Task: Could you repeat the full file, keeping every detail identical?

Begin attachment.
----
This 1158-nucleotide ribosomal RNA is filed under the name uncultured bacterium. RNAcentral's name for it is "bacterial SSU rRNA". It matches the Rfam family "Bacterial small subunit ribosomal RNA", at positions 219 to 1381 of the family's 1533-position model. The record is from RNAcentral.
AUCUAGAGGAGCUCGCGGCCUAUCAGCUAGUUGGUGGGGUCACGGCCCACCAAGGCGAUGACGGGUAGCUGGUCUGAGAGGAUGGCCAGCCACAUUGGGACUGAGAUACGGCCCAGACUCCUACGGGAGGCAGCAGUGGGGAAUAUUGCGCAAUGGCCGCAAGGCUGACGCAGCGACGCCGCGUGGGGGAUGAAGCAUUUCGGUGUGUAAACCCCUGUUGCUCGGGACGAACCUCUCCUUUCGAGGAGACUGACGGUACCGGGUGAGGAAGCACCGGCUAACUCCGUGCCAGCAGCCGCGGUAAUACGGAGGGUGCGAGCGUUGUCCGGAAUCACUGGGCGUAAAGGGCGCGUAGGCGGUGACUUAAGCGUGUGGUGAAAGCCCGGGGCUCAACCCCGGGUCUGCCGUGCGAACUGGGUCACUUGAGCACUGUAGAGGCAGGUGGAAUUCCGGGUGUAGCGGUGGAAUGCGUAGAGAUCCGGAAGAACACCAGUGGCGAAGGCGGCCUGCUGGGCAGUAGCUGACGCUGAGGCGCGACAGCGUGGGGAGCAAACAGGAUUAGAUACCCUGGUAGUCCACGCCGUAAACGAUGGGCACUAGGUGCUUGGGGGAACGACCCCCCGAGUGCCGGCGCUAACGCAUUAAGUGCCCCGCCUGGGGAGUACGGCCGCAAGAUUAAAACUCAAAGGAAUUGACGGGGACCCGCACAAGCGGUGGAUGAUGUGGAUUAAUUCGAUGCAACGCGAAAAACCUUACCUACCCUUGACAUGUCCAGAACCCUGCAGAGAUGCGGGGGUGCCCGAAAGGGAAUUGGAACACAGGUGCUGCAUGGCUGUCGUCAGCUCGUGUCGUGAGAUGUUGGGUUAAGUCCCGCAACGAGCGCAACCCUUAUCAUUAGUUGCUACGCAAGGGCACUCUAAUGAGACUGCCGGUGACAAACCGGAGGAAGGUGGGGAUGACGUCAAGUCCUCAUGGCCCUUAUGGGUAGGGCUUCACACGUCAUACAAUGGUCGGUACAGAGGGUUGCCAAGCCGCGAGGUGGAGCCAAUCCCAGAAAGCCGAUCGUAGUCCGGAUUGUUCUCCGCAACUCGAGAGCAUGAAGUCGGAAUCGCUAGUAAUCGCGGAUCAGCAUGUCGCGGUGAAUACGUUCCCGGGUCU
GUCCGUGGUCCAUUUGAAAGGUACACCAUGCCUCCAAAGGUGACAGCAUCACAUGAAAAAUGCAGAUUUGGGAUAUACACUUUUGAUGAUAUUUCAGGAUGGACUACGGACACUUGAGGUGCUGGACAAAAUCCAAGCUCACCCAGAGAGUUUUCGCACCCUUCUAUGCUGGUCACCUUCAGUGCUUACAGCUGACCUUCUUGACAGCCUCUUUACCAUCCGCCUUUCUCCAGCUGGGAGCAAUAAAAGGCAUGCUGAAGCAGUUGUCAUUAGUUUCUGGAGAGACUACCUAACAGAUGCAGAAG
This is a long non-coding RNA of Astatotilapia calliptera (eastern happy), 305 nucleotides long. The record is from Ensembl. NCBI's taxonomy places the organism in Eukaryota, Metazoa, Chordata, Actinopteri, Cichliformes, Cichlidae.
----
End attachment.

This 1158-nucleotide ribosomal RNA is filed under the name uncultured bacterium. RNAcentral's name for it is "bacterial SSU rRNA". It matches the Rfam family "Bacterial small subunit ribosomal RNA", at positions 219 to 1381 of the family's 1533-position model. The record is from RNAcentral.
AUCUAGAGGAGCUCGCGGCCUAUCAGCUAGUUGGUGGGGUCACGGCCCACCAAGGCGAUGACGGGUAGCUGGUCUGAGAGGAUGGCCAGCCACAUUGGGACUGAGAUACGGCCCAGACUCCUACGGGAGGCAGCAGUGGGGAAUAUUGCGCAAUGGCCGCAAGGCUGACGCAGCGACGCCGCGUGGGGGAUGAAGCAUUUCGGUGUGUAAACCCCUGUUGCUCGGGACGAACCUCUCCUUUCGAGGAGACUGACGGUACCGGGUGAGGAAGCACCGGCUAACUCCGUGCCAGCAGCCGCGGUAAUACGGAGGGUGCGAGCGUUGUCCGGAAUCACUGGGCGUAAAGGGCGCGUAGGCGGUGACUUAAGCGUGUGGUGAAAGCCCGGGGCUCAACCCCGGGUCUGCCGUGCGAACUGGGUCACUUGAGCACUGUAGAGGCAGGUGGAAUUCCGGGUGUAGCGGUGGAAUGCGUAGAGAUCCGGAAGAACACCAGUGGCGAAGGCGGCCUGCUGGGCAGUAGCUGACGCUGAGGCGCGACAGCGUGGGGAGCAAACAGGAUUAGAUACCCUGGUAGUCCACGCCGUAAACGAUGGGCACUAGGUGCUUGGGGGAACGACCCCCCGAGUGCCGGCGCUAACGCAUUAAGUGCCCCGCCUGGGGAGUACGGCCGCAAGAUUAAAACUCAAAGGAAUUGACGGGGACCCGCACAAGCGGUGGAUGAUGUGGAUUAAUUCGAUGCAACGCGAAAAACCUUACCUACCCUUGACAUGUCCAGAACCCUGCAGAGAUGCGGGGGUGCCCGAAAGGGAAUUGGAACACAGGUGCUGCAUGGCUGUCGUCAGCUCGUGUCGUGAGAUGUUGGGUUAAGUCCCGCAACGAGCGCAACCCUUAUCAUUAGUUGCUACGCAAGGGCACUCUAAUGAGACUGCCGGUGACAAACCGGAGGAAGGUGGGGAUGACGUCAAGUCCUCAUGGCCCUUAUGGGUAGGGCUUCACACGUCAUACAAUGGUCGGUACAGAGGGUUGCCAAGCCGCGAGGUGGAGCCAAUCCCAGAAAGCCGAUCGUAGUCCGGAUUGUUCUCCGCAACUCGAGAGCAUGAAGUCGGAAUCGCUAGUAAUCGCGGAUCAGCAUGUCGCGGUGAAUACGUUCCCGGGUCU
GUCCGUGGUCCAUUUGAAAGGUACACCAUGCCUCCAAAGGUGACAGCAUCACAUGAAAAAUGCAGAUUUGGGAUAUACACUUUUGAUGAUAUUUCAGGAUGGACUACGGACACUUGAGGUGCUGGACAAAAUCCAAGCUCACCCAGAGAGUUUUCGCACCCUUCUAUGCUGGUCACCUUCAGUGCUUACAGCUGACCUUCUUGACAGCCUCUUUACCAUCCGCCUUUCUCCAGCUGGGAGCAAUAAAAGGCAUGCUGAAGCAGUUGUCAUUAGUUUCUGGAGAGACUACCUAACAGAUGCAGAAG
This is a long non-coding RNA of Astatotilapia calliptera (eastern happy), 305 nucleotides long. The record is from Ensembl. NCBI's taxonomy places the organism in Eukaryota, Metazoa, Chordata, Actinopteri, Cichliformes, Cichlidae.